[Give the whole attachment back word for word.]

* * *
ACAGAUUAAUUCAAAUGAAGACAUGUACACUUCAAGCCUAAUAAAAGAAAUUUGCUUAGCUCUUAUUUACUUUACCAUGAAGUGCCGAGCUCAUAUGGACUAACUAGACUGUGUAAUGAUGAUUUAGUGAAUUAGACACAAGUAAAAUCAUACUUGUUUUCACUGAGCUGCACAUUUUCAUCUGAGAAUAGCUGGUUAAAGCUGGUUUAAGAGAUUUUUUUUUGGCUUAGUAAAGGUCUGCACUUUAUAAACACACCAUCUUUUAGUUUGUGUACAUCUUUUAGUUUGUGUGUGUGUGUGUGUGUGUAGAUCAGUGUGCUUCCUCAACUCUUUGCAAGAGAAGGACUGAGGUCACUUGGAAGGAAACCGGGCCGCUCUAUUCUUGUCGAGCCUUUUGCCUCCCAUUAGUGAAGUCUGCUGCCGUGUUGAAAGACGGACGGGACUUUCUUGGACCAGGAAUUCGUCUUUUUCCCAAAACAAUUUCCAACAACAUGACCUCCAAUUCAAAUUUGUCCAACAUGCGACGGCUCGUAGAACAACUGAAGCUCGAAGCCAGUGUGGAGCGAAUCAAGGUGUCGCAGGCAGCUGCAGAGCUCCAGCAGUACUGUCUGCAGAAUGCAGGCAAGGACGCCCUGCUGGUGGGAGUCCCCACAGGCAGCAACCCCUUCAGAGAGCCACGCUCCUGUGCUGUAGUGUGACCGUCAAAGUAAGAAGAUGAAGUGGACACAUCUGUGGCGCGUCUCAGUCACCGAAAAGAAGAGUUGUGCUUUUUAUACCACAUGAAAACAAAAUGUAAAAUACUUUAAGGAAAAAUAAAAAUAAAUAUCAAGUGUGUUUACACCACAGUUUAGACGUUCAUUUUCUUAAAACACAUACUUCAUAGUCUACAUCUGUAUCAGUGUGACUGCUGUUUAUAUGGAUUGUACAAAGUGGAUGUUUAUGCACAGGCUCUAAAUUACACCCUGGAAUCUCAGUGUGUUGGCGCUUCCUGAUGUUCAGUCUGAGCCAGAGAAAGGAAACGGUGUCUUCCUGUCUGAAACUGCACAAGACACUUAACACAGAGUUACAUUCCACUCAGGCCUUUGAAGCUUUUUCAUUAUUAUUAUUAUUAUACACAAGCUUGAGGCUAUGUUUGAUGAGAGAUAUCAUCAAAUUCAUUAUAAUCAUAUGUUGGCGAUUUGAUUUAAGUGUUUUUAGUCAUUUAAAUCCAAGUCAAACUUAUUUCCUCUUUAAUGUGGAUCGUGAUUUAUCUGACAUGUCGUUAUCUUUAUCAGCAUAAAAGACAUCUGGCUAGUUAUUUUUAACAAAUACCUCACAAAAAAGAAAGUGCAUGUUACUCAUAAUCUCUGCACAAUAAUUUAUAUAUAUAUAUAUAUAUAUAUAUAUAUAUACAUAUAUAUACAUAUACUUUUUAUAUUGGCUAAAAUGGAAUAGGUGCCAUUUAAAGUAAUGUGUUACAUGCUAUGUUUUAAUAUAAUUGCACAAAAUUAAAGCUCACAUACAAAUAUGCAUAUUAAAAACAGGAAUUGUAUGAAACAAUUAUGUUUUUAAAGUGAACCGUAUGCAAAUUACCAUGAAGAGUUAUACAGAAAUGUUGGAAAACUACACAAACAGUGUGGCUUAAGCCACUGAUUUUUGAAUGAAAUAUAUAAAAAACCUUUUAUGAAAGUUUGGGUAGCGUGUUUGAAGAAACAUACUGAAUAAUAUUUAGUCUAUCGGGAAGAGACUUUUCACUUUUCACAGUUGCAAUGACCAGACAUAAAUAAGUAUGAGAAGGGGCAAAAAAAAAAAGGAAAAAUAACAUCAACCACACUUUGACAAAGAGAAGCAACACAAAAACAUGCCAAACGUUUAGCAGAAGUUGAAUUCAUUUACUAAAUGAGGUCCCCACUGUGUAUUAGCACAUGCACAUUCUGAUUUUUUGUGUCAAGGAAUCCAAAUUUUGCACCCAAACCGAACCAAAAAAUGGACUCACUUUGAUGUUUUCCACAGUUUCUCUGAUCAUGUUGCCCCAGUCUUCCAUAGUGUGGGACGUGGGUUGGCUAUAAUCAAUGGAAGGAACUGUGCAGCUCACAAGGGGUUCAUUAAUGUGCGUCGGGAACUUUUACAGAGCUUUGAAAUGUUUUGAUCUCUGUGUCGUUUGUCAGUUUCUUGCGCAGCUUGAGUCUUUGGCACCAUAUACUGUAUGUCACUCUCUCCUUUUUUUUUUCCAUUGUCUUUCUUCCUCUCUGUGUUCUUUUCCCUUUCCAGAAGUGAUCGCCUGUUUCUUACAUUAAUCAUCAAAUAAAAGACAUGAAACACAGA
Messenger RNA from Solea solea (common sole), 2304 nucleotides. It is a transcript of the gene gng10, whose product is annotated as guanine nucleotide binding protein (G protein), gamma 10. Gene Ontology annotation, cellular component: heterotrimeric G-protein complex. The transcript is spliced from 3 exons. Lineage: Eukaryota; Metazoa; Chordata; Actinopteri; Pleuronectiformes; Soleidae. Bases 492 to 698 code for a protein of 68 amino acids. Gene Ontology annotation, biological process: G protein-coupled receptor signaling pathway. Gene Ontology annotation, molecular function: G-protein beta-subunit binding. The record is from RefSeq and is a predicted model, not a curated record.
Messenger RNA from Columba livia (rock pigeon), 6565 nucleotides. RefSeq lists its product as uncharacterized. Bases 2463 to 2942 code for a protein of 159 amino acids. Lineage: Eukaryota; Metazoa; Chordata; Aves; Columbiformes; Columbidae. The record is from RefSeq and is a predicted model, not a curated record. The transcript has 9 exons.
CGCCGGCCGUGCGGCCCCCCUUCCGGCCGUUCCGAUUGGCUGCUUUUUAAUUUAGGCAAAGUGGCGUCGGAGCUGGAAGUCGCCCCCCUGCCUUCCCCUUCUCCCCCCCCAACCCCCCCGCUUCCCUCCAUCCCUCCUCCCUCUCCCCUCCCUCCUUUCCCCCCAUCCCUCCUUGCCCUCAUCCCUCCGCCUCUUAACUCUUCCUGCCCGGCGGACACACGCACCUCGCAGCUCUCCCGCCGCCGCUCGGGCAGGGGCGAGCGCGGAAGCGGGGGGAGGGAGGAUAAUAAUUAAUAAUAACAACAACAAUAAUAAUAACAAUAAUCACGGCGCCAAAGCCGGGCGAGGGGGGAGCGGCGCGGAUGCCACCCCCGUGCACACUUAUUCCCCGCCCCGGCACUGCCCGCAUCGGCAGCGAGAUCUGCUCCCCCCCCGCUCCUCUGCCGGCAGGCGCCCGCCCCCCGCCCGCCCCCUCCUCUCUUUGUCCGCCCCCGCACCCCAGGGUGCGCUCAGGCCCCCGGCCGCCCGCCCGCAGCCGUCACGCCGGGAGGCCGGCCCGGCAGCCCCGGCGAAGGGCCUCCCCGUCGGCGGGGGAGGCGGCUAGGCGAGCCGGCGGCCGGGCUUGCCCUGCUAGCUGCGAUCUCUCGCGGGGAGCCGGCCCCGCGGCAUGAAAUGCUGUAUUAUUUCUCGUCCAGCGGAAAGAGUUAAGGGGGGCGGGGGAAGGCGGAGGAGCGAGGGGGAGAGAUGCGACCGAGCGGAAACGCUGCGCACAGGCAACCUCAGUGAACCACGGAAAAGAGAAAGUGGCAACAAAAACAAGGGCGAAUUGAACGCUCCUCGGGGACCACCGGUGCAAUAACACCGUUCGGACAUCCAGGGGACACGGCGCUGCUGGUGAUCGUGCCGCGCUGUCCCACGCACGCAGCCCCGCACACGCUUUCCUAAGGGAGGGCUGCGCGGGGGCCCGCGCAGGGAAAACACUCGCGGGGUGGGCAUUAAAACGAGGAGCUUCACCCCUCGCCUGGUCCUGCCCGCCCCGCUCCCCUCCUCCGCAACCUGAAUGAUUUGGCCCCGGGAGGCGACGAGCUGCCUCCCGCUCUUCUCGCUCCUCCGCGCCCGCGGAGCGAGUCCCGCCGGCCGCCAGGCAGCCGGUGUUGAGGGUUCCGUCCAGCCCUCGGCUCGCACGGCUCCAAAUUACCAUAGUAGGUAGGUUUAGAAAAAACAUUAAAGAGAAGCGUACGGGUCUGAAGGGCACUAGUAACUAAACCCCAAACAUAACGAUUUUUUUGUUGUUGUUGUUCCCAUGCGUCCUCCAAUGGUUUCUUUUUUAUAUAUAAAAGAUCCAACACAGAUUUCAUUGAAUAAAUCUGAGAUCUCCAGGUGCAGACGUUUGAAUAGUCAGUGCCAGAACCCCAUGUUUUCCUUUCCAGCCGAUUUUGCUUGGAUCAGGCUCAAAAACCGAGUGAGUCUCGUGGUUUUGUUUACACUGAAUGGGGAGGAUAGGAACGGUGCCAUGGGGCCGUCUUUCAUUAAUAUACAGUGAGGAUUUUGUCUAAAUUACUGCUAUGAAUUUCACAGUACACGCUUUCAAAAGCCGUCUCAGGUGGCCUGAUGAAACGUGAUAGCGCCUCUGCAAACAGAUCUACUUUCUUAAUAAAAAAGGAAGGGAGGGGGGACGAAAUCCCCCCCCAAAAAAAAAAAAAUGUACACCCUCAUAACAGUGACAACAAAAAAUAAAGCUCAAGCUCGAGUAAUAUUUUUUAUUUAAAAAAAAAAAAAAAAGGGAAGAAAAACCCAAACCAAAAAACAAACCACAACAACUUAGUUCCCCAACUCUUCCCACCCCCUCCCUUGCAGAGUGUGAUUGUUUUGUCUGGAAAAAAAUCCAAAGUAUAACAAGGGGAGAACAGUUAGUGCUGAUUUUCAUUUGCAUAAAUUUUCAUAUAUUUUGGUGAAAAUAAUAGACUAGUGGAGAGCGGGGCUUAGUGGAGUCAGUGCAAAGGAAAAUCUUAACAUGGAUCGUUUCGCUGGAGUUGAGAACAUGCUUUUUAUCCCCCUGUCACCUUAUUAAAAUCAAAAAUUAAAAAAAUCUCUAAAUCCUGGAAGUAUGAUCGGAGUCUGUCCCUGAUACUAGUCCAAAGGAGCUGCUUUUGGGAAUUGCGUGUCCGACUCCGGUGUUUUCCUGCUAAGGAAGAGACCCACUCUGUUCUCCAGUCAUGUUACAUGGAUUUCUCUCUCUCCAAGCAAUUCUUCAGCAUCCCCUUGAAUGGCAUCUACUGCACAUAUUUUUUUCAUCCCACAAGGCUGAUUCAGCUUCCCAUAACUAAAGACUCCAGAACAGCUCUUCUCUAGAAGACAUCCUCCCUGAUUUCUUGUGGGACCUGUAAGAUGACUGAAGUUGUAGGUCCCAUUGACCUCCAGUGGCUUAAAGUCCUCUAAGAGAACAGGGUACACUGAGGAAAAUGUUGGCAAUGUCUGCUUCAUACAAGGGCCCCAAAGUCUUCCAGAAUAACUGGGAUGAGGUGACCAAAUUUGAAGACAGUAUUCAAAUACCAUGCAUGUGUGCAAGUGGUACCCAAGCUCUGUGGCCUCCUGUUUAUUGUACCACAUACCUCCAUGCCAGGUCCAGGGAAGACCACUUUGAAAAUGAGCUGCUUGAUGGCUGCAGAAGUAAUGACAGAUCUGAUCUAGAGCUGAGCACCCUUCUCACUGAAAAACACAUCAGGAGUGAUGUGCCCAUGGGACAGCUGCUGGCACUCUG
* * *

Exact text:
ACAGAUUAAUUCAAAUGAAGACAUGUACACUUCAAGCCUAAUAAAAGAAAUUUGCUUAGCUCUUAUUUACUUUACCAUGAAGUGCCGAGCUCAUAUGGACUAACUAGACUGUGUAAUGAUGAUUUAGUGAAUUAGACACAAGUAAAAUCAUACUUGUUUUCACUGAGCUGCACAUUUUCAUCUGAGAAUAGCUGGUUAAAGCUGGUUUAAGAGAUUUUUUUUUGGCUUAGUAAAGGUCUGCACUUUAUAAACACACCAUCUUUUAGUUUGUGUACAUCUUUUAGUUUGUGUGUGUGUGUGUGUGUGUAGAUCAGUGUGCUUCCUCAACUCUUUGCAAGAGAAGGACUGAGGUCACUUGGAAGGAAACCGGGCCGCUCUAUUCUUGUCGAGCCUUUUGCCUCCCAUUAGUGAAGUCUGCUGCCGUGUUGAAAGACGGACGGGACUUUCUUGGACCAGGAAUUCGUCUUUUUCCCAAAACAAUUUCCAACAACAUGACCUCCAAUUCAAAUUUGUCCAACAUGCGACGGCUCGUAGAACAACUGAAGCUCGAAGCCAGUGUGGAGCGAAUCAAGGUGUCGCAGGCAGCUGCAGAGCUCCAGCAGUACUGUCUGCAGAAUGCAGGCAAGGACGCCCUGCUGGUGGGAGUCCCCACAGGCAGCAACCCCUUCAGAGAGCCACGCUCCUGUGCUGUAGUGUGACCGUCAAAGUAAGAAGAUGAAGUGGACACAUCUGUGGCGCGUCUCAGUCACCGAAAAGAAGAGUUGUGCUUUUUAUACCACAUGAAAACAAAAUGUAAAAUACUUUAAGGAAAAAUAAAAAUAAAUAUCAAGUGUGUUUACACCACAGUUUAGACGUUCAUUUUCUUAAAACACAUACUUCAUAGUCUACAUCUGUAUCAGUGUGACUGCUGUUUAUAUGGAUUGUACAAAGUGGAUGUUUAUGCACAGGCUCUAAAUUACACCCUGGAAUCUCAGUGUGUUGGCGCUUCCUGAUGUUCAGUCUGAGCCAGAGAAAGGAAACGGUGUCUUCCUGUCUGAAACUGCACAAGACACUUAACACAGAGUUACAUUCCACUCAGGCCUUUGAAGCUUUUUCAUUAUUAUUAUUAUUAUACACAAGCUUGAGGCUAUGUUUGAUGAGAGAUAUCAUCAAAUUCAUUAUAAUCAUAUGUUGGCGAUUUGAUUUAAGUGUUUUUAGUCAUUUAAAUCCAAGUCAAACUUAUUUCCUCUUUAAUGUGGAUCGUGAUUUAUCUGACAUGUCGUUAUCUUUAUCAGCAUAAAAGACAUCUGGCUAGUUAUUUUUAACAAAUACCUCACAAAAAAGAAAGUGCAUGUUACUCAUAAUCUCUGCACAAUAAUUUAUAUAUAUAUAUAUAUAUAUAUAUAUAUAUACAUAUAUAUACAUAUACUUUUUAUAUUGGCUAAAAUGGAAUAGGUGCCAUUUAAAGUAAUGUGUUACAUGCUAUGUUUUAAUAUAAUUGCACAAAAUUAAAGCUCACAUACAAAUAUGCAUAUUAAAAACAGGAAUUGUAUGAAACAAUUAUGUUUUUAAAGUGAACCGUAUGCAAAUUACCAUGAAGAGUUAUACAGAAAUGUUGGAAAACUACACAAACAGUGUGGCUUAAGCCACUGAUUUUUGAAUGAAAUAUAUAAAAAACCUUUUAUGAAAGUUUGGGUAGCGUGUUUGAAGAAACAUACUGAAUAAUAUUUAGUCUAUCGGGAAGAGACUUUUCACUUUUCACAGUUGCAAUGACCAGACAUAAAUAAGUAUGAGAAGGGGCAAAAAAAAAAAGGAAAAAUAACAUCAACCACACUUUGACAAAGAGAAGCAACACAAAAACAUGCCAAACGUUUAGCAGAAGUUGAAUUCAUUUACUAAAUGAGGUCCCCACUGUGUAUUAGCACAUGCACAUUCUGAUUUUUUGUGUCAAGGAAUCCAAAUUUUGCACCCAAACCGAACCAAAAAAUGGACUCACUUUGAUGUUUUCCACAGUUUCUCUGAUCAUGUUGCCCCAGUCUUCCAUAGUGUGGGACGUGGGUUGGCUAUAAUCAAUGGAAGGAACUGUGCAGCUCACAAGGGGUUCAUUAAUGUGCGUCGGGAACUUUUACAGAGCUUUGAAAUGUUUUGAUCUCUGUGUCGUUUGUCAGUUUCUUGCGCAGCUUGAGUCUUUGGCACCAUAUACUGUAUGUCACUCUCUCCUUUUUUUUUUCCAUUGUCUUUCUUCCUCUCUGUGUUCUUUUCCCUUUCCAGAAGUGAUCGCCUGUUUCUUACAUUAAUCAUCAAAUAAAAGACAUGAAACACAGA
Messenger RNA from Solea solea (common sole), 2304 nucleotides. It is a transcript of the gene gng10, whose product is annotated as guanine nucleotide binding protein (G protein), gamma 10. Gene Ontology annotation, cellular component: heterotrimeric G-protein complex. The transcript is spliced from 3 exons. Lineage: Eukaryota; Metazoa; Chordata; Actinopteri; Pleuronectiformes; Soleidae. Bases 492 to 698 code for a protein of 68 amino acids. Gene Ontology annotation, biological process: G protein-coupled receptor signaling pathway. Gene Ontology annotation, molecular function: G-protein beta-subunit binding. The record is from RefSeq and is a predicted model, not a curated record.
Messenger RNA from Columba livia (rock pigeon), 6565 nucleotides. RefSeq lists its product as uncharacterized. Bases 2463 to 2942 code for a protein of 159 amino acids. Lineage: Eukaryota; Metazoa; Chordata; Aves; Columbiformes; Columbidae. The record is from RefSeq and is a predicted model, not a curated record. The transcript has 9 exons.
CGCCGGCCGUGCGGCCCCCCUUCCGGCCGUUCCGAUUGGCUGCUUUUUAAUUUAGGCAAAGUGGCGUCGGAGCUGGAAGUCGCCCCCCUGCCUUCCCCUUCUCCCCCCCCAACCCCCCCGCUUCCCUCCAUCCCUCCUCCCUCUCCCCUCCCUCCUUUCCCCCCAUCCCUCCUUGCCCUCAUCCCUCCGCCUCUUAACUCUUCCUGCCCGGCGGACACACGCACCUCGCAGCUCUCCCGCCGCCGCUCGGGCAGGGGCGAGCGCGGAAGCGGGGGGAGGGAGGAUAAUAAUUAAUAAUAACAACAACAAUAAUAAUAACAAUAAUCACGGCGCCAAAGCCGGGCGAGGGGGGAGCGGCGCGGAUGCCACCCCCGUGCACACUUAUUCCCCGCCCCGGCACUGCCCGCAUCGGCAGCGAGAUCUGCUCCCCCCCCGCUCCUCUGCCGGCAGGCGCCCGCCCCCCGCCCGCCCCCUCCUCUCUUUGUCCGCCCCCGCACCCCAGGGUGCGCUCAGGCCCCCGGCCGCCCGCCCGCAGCCGUCACGCCGGGAGGCCGGCCCGGCAGCCCCGGCGAAGGGCCUCCCCGUCGGCGGGGGAGGCGGCUAGGCGAGCCGGCGGCCGGGCUUGCCCUGCUAGCUGCGAUCUCUCGCGGGGAGCCGGCCCCGCGGCAUGAAAUGCUGUAUUAUUUCUCGUCCAGCGGAAAGAGUUAAGGGGGGCGGGGGAAGGCGGAGGAGCGAGGGGGAGAGAUGCGACCGAGCGGAAACGCUGCGCACAGGCAACCUCAGUGAACCACGGAAAAGAGAAAGUGGCAACAAAAACAAGGGCGAAUUGAACGCUCCUCGGGGACCACCGGUGCAAUAACACCGUUCGGACAUCCAGGGGACACGGCGCUGCUGGUGAUCGUGCCGCGCUGUCCCACGCACGCAGCCCCGCACACGCUUUCCUAAGGGAGGGCUGCGCGGGGGCCCGCGCAGGGAAAACACUCGCGGGGUGGGCAUUAAAACGAGGAGCUUCACCCCUCGCCUGGUCCUGCCCGCCCCGCUCCCCUCCUCCGCAACCUGAAUGAUUUGGCCCCGGGAGGCGACGAGCUGCCUCCCGCUCUUCUCGCUCCUCCGCGCCCGCGGAGCGAGUCCCGCCGGCCGCCAGGCAGCCGGUGUUGAGGGUUCCGUCCAGCCCUCGGCUCGCACGGCUCCAAAUUACCAUAGUAGGUAGGUUUAGAAAAAACAUUAAAGAGAAGCGUACGGGUCUGAAGGGCACUAGUAACUAAACCCCAAACAUAACGAUUUUUUUGUUGUUGUUGUUCCCAUGCGUCCUCCAAUGGUUUCUUUUUUAUAUAUAAAAGAUCCAACACAGAUUUCAUUGAAUAAAUCUGAGAUCUCCAGGUGCAGACGUUUGAAUAGUCAGUGCCAGAACCCCAUGUUUUCCUUUCCAGCCGAUUUUGCUUGGAUCAGGCUCAAAAACCGAGUGAGUCUCGUGGUUUUGUUUACACUGAAUGGGGAGGAUAGGAACGGUGCCAUGGGGCCGUCUUUCAUUAAUAUACAGUGAGGAUUUUGUCUAAAUUACUGCUAUGAAUUUCACAGUACACGCUUUCAAAAGCCGUCUCAGGUGGCCUGAUGAAACGUGAUAGCGCCUCUGCAAACAGAUCUACUUUCUUAAUAAAAAAGGAAGGGAGGGGGGACGAAAUCCCCCCCCAAAAAAAAAAAAAUGUACACCCUCAUAACAGUGACAACAAAAAAUAAAGCUCAAGCUCGAGUAAUAUUUUUUAUUUAAAAAAAAAAAAAAAAGGGAAGAAAAACCCAAACCAAAAAACAAACCACAACAACUUAGUUCCCCAACUCUUCCCACCCCCUCCCUUGCAGAGUGUGAUUGUUUUGUCUGGAAAAAAAUCCAAAGUAUAACAAGGGGAGAACAGUUAGUGCUGAUUUUCAUUUGCAUAAAUUUUCAUAUAUUUUGGUGAAAAUAAUAGACUAGUGGAGAGCGGGGCUUAGUGGAGUCAGUGCAAAGGAAAAUCUUAACAUGGAUCGUUUCGCUGGAGUUGAGAACAUGCUUUUUAUCCCCCUGUCACCUUAUUAAAAUCAAAAAUUAAAAAAAUCUCUAAAUCCUGGAAGUAUGAUCGGAGUCUGUCCCUGAUACUAGUCCAAAGGAGCUGCUUUUGGGAAUUGCGUGUCCGACUCCGGUGUUUUCCUGCUAAGGAAGAGACCCACUCUGUUCUCCAGUCAUGUUACAUGGAUUUCUCUCUCUCCAAGCAAUUCUUCAGCAUCCCCUUGAAUGGCAUCUACUGCACAUAUUUUUUUCAUCCCACAAGGCUGAUUCAGCUUCCCAUAACUAAAGACUCCAGAACAGCUCUUCUCUAGAAGACAUCCUCCCUGAUUUCUUGUGGGACCUGUAAGAUGACUGAAGUUGUAGGUCCCAUUGACCUCCAGUGGCUUAAAGUCCUCUAAGAGAACAGGGUACACUGAGGAAAAUGUUGGCAAUGUCUGCUUCAUACAAGGGCCCCAAAGUCUUCCAGAAUAACUGGGAUGAGGUGACCAAAUUUGAAGACAGUAUUCAAAUACCAUGCAUGUGUGCAAGUGGUACCCAAGCUCUGUGGCCUCCUGUUUAUUGUACCACAUACCUCCAUGCCAGGUCCAGGGAAGACCACUUUGAAAAUGAGCUGCUUGAUGGCUGCAGAAGUAAUGACAGAUCUGAUCUAGAGCUGAGCACCCUUCUCACUGAAAAACACAUCAGGAGUGAUGUGCCCAUGGGACAGCUGCUGGCACUCUG